It’s not supposed to stay, we’re supposed to hit the 60s on Wednesday (the temperature, not the era, which I can see could be confusing, given I’d left you at going backward in time). That’s the embodiment of Chicago weather for you, but for now there’s no escaping the several inches everywhere once again.

It hasn’t stopped the work on my building, though, the hammering going as though there’s a contest among the guys attached to the side of the building by rope and a metal platform. Maybe they’re working on a new form of propulsion, who knows. Maybe that’s what keeps them up here, and, if that is the case, hammer away.

Anyway, the thing is that you can never know exactly what it is, in life, you’re going to get. The weather reports promised us a light dusting of snow; we got a respectable snowfall. But just because it snowed yesterday, it doesn’t mean it’s snowing today. Nope, today it’s bright and sunny.

With a probability of hammers.

Check out  my full-length novels,  Her Cousin Much Removed,  The Great Paradox and the Innies and Outies of Time Management and Aunty Ida’s Full-Service Mental Institution (by Invitation Only), and the sequel, Aunty Ida’s Holey Amazing Sleeping Preparation (Not Doctor Recommended) which is now available!

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How Do I Spring Clean My Brain?

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Today I am trying to draw from my word reserves, but it seems as though I only have a tangle in my head. Incomplete sentences; incomplete thoughts.

There they are, scattered, fragments, bits, jumbles of parts that don’t feel as though they go together. I need a giant sifter, something that can help sort out the dust that seems to cover everything up there.

My brain needs a spring cleaning.

I wonder how you do that for a brain. It’s not as though you can haul out the vacuum cleaner and get at it through an ear. In fact, I would recommend very strongly against trying this method.

They don’t make brain Swiffers. There is no spray, polish or microfiber that can get in there and clean out all of the crumbs. So what can you do?

There’s meditation, of course, and that’s probably why it was invented, to give the mind a good deep cleaning. And I could give it a shot, only I suspect that within about three minutes, I’ll be deep sleeping instead of deep cleaning.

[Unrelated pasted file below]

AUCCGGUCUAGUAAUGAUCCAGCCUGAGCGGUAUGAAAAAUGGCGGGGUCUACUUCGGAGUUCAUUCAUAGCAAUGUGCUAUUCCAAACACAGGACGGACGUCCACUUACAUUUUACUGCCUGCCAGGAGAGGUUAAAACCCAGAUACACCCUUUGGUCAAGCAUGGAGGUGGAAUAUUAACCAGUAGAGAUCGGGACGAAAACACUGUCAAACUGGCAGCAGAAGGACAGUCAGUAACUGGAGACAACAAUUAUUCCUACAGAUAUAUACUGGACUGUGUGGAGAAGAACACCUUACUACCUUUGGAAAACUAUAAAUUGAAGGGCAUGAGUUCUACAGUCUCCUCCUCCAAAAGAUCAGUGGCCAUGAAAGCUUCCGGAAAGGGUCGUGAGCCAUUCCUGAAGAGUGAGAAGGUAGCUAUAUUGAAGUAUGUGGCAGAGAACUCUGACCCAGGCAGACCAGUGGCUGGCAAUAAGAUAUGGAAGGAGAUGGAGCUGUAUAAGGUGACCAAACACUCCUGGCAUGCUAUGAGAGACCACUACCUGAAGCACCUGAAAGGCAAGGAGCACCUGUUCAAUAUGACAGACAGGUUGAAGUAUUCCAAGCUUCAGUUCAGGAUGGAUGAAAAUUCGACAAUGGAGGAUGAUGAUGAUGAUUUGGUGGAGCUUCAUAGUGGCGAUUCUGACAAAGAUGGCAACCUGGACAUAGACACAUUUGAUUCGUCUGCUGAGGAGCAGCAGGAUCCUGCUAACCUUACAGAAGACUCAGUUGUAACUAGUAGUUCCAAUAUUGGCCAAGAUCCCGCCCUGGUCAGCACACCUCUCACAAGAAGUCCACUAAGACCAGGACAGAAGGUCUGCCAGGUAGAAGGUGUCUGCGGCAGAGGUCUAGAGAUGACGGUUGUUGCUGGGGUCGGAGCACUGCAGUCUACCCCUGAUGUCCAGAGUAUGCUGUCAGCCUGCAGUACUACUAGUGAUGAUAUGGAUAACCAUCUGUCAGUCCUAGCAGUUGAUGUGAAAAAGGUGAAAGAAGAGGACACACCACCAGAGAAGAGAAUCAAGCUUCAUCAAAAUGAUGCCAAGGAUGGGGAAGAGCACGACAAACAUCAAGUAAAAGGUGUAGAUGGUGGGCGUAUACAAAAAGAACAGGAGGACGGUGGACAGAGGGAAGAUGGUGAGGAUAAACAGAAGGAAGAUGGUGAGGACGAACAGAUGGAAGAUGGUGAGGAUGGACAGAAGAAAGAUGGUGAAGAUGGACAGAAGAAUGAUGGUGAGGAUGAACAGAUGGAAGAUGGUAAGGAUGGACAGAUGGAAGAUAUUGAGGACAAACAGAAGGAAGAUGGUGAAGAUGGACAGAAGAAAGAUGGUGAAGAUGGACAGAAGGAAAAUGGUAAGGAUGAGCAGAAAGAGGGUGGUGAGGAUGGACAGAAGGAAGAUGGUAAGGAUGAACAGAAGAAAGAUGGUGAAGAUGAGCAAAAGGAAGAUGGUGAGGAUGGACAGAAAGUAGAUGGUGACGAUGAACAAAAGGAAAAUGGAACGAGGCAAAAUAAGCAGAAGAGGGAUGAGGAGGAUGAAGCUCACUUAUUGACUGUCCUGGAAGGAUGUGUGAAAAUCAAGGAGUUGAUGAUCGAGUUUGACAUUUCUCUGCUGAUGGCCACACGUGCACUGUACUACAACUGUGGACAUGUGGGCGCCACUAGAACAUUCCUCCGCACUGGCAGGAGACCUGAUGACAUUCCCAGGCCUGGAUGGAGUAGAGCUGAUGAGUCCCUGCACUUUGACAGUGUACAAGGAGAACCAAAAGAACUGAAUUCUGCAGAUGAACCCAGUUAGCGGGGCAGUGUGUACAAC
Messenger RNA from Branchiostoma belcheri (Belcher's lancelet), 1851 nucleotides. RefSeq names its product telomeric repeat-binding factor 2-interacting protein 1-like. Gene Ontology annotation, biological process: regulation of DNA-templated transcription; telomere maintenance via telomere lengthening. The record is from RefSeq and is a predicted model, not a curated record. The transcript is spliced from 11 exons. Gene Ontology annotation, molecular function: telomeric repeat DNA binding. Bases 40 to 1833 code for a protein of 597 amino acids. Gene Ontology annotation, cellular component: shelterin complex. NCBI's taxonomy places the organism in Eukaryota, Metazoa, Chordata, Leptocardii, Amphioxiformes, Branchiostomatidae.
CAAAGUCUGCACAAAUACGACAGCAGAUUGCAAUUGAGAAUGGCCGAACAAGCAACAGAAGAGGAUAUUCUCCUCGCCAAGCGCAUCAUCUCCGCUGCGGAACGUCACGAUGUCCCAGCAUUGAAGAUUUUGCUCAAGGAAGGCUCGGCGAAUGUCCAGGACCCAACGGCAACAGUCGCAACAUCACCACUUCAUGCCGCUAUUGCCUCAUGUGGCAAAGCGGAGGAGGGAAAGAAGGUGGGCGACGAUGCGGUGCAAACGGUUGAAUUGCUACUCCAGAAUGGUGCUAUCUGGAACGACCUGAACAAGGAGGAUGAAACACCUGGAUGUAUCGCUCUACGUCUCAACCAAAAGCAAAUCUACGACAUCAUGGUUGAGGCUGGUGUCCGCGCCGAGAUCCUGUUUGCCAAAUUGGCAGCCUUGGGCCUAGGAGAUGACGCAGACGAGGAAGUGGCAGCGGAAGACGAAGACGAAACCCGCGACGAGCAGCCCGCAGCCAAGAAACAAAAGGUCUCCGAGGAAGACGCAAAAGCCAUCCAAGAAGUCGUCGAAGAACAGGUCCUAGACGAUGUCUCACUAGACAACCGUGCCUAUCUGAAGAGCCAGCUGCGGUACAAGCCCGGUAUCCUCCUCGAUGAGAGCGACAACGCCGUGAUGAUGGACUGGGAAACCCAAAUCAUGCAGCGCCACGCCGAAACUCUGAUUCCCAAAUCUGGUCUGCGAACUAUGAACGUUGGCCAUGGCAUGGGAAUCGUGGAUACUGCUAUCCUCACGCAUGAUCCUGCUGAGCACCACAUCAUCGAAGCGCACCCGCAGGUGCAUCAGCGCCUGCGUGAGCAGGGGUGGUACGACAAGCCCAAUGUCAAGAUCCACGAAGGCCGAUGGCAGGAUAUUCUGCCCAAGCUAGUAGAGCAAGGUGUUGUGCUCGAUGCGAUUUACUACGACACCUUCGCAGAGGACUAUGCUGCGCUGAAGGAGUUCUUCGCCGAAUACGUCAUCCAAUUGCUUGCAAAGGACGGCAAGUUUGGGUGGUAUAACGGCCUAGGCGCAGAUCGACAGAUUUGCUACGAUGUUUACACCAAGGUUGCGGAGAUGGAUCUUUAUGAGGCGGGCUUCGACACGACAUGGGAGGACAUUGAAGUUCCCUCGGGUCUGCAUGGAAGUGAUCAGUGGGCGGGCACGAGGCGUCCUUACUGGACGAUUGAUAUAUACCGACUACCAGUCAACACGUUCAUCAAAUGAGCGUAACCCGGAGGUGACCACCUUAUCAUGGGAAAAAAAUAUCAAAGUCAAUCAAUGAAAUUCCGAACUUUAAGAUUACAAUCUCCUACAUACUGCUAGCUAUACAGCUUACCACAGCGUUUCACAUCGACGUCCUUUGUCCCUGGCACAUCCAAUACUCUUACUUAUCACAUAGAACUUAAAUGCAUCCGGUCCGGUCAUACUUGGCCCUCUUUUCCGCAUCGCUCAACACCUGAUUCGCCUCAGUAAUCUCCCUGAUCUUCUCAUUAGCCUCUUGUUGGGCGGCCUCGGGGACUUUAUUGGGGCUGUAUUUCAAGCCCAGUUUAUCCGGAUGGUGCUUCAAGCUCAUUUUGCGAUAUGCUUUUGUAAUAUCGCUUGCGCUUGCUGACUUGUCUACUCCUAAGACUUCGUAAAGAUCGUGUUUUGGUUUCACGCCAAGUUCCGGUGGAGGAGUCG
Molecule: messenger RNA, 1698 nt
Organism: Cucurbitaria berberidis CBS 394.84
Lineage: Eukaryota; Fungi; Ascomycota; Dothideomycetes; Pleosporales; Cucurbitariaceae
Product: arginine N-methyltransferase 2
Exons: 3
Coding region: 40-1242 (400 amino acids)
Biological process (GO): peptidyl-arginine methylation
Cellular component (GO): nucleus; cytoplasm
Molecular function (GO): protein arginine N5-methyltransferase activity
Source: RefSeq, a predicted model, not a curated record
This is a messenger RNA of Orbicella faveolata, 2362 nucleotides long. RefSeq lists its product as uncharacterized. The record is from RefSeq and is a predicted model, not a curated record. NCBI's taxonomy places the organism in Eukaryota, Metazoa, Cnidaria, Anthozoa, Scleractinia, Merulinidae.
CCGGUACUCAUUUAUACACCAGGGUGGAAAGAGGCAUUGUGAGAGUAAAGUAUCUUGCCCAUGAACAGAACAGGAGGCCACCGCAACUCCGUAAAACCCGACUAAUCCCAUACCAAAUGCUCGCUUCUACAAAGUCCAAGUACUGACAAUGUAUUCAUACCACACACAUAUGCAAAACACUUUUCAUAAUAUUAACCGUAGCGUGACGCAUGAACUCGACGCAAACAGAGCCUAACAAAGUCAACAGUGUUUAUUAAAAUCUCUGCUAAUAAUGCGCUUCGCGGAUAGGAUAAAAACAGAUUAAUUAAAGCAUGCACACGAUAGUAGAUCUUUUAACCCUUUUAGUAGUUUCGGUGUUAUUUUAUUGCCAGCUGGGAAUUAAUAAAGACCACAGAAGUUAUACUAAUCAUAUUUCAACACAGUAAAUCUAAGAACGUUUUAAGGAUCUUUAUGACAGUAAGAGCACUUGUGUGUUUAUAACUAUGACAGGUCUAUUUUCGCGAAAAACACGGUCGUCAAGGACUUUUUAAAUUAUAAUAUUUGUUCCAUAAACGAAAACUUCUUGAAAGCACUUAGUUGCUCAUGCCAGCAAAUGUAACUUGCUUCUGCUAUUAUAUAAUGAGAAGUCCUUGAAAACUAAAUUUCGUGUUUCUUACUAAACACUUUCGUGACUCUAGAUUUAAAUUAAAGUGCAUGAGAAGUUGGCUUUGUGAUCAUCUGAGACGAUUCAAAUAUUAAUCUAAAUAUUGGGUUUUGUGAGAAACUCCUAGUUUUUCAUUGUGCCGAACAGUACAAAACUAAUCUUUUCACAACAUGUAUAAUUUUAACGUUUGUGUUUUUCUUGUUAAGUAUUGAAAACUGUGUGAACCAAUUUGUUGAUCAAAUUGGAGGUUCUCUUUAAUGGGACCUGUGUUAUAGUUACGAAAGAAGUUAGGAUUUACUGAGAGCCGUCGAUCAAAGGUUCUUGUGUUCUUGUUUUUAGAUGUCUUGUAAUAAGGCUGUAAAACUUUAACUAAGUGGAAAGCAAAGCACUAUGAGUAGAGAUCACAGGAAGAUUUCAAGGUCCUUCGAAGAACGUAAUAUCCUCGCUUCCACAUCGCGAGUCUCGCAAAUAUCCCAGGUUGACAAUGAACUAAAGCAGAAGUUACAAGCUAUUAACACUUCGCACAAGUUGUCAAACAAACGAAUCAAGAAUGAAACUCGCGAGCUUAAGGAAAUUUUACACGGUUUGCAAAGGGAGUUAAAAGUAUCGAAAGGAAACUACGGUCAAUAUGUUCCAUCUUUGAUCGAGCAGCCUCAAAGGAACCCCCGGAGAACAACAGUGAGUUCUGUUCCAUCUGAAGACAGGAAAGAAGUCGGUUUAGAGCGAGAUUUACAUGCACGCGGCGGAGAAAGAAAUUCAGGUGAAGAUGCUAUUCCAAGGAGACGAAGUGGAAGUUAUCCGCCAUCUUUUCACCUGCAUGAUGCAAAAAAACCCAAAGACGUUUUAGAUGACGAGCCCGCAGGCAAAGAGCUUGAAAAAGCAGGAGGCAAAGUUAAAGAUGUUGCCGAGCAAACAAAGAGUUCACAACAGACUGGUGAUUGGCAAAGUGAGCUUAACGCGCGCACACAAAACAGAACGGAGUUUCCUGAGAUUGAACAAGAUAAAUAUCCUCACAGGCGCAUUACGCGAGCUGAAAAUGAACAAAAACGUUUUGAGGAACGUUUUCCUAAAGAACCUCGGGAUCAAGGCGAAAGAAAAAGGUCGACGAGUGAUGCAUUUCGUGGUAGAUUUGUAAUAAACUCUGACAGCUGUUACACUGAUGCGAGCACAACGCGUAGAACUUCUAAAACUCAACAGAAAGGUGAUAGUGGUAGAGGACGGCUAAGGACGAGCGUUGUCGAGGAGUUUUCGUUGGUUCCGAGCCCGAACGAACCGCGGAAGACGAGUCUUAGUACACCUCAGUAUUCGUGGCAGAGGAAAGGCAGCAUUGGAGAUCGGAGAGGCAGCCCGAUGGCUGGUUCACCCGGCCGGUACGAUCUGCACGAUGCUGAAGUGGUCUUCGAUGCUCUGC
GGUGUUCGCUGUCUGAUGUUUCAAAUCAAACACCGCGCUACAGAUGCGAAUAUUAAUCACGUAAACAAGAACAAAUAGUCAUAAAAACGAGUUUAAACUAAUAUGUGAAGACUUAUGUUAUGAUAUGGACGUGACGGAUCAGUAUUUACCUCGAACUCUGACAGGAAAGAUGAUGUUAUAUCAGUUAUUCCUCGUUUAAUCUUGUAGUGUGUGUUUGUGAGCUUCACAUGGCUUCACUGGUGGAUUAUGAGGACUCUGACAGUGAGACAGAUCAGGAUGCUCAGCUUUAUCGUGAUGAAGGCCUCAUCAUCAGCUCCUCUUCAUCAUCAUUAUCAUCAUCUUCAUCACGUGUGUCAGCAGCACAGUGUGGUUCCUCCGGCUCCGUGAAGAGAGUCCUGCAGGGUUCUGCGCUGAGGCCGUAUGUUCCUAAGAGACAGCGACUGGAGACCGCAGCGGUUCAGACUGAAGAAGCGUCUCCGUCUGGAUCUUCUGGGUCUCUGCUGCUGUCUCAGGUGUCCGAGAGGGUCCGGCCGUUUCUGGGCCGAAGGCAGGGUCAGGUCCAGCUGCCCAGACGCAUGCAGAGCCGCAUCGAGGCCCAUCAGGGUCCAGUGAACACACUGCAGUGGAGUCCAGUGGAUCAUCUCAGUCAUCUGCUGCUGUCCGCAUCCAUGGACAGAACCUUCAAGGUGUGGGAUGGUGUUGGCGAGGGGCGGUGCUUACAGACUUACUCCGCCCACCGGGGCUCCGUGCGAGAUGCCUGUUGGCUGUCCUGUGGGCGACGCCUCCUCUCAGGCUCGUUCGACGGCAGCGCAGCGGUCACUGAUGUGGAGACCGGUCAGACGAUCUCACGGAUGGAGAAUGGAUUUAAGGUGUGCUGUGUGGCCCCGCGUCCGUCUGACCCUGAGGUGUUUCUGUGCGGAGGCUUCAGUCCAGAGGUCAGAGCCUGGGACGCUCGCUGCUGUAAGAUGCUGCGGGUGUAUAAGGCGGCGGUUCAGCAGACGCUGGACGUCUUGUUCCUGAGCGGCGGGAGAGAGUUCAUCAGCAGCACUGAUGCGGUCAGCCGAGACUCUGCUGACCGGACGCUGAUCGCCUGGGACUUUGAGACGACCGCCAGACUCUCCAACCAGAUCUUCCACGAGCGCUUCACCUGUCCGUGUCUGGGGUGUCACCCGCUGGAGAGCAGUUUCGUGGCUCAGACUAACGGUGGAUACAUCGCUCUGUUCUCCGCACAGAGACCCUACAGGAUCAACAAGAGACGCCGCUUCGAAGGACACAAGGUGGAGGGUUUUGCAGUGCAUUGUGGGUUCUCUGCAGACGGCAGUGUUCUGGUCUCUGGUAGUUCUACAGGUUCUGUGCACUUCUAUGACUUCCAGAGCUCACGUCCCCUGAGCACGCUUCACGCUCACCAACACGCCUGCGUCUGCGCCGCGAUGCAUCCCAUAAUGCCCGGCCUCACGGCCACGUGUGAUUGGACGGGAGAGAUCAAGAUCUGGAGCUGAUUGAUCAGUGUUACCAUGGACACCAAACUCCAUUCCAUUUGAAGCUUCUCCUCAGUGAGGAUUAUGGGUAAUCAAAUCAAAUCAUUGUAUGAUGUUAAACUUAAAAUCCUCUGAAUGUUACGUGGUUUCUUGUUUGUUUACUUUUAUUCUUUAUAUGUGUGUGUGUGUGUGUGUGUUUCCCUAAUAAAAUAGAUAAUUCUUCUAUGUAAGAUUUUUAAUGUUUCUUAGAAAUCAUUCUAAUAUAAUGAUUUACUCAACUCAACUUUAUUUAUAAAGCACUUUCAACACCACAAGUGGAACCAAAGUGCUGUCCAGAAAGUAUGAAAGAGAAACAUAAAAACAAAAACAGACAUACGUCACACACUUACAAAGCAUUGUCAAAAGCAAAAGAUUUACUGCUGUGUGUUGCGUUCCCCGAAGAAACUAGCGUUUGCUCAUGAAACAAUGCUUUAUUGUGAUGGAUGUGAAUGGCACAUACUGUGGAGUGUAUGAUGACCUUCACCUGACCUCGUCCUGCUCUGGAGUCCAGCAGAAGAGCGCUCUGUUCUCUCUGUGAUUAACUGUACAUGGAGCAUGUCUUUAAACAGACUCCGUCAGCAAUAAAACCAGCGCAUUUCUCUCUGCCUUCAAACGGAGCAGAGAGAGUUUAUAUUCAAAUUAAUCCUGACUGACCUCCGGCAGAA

And that’s the other thing that’s supposed to do it: sleeping. Dreams. They’re supposed to help cleanse the brain of all that unnecessary clutter. Only my dreams themselves have been cluttered lately, brimming with activity, packed with people I’ve never met, crowded with stuff.

I think I need a dream rummage sale.

I wonder how you go about organizing one of those. I mean how do you price things when money in dreams can easily come in units of dragons? How many dragons do I need?

See what I mean about the crowded brain?

Check out  my full-length novels,  Her Cousin Much Removed,  The Great Paradox and the Innies and Outies of Time Management and Aunty Ida’s Full-Service Mental Institution (by Invitation Only), and the sequel, Aunty Ida’s Holey Amazing Sleeping Preparation (Not Doctor Recommended) which is now available!

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Well, That’s Finished

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Well, I finally got my homework done. And it’s kind of funny to have homework at this point, but I do. And it’s done. So yay.

For anyone who might have missed it, I’m taking a comedy writing class. I finished the first one, and rolled straight into the second. And so far, it’s been fun and interesting.

This week, it was challenging.

I had ideas, but I didn’t like any of them. Nothing really felt right, everything felt kind of off. It was a struggle to sit down and write the thing, and only the deadline looming finally got me going.

Well, that and a different, forgotten idea that I decided to re-purpose. Turned out that it was the right purpose for it all along.

We have comfort zones because they’re, well, comforting. But as a friend reminded me, the whole reason for taking a writing class is to shed the sweatpants, get out from under the fuzzy blanket, and try something different. I’m paraphrasing, but you get the idea.

Does it always feel great when that blast of cold air hits your cozily-warmed skin? Why no, no it doesn’t. But pushing through that discomfort gets you to a new place and a different perspective.

I’m still glad I decided to venture out and try something I haven’t done before, even after an assignment that was a bit of a struggle. I’m allowing other parts of my brain to stretch their legs, and that’s good for both of us. All of us. Whichever.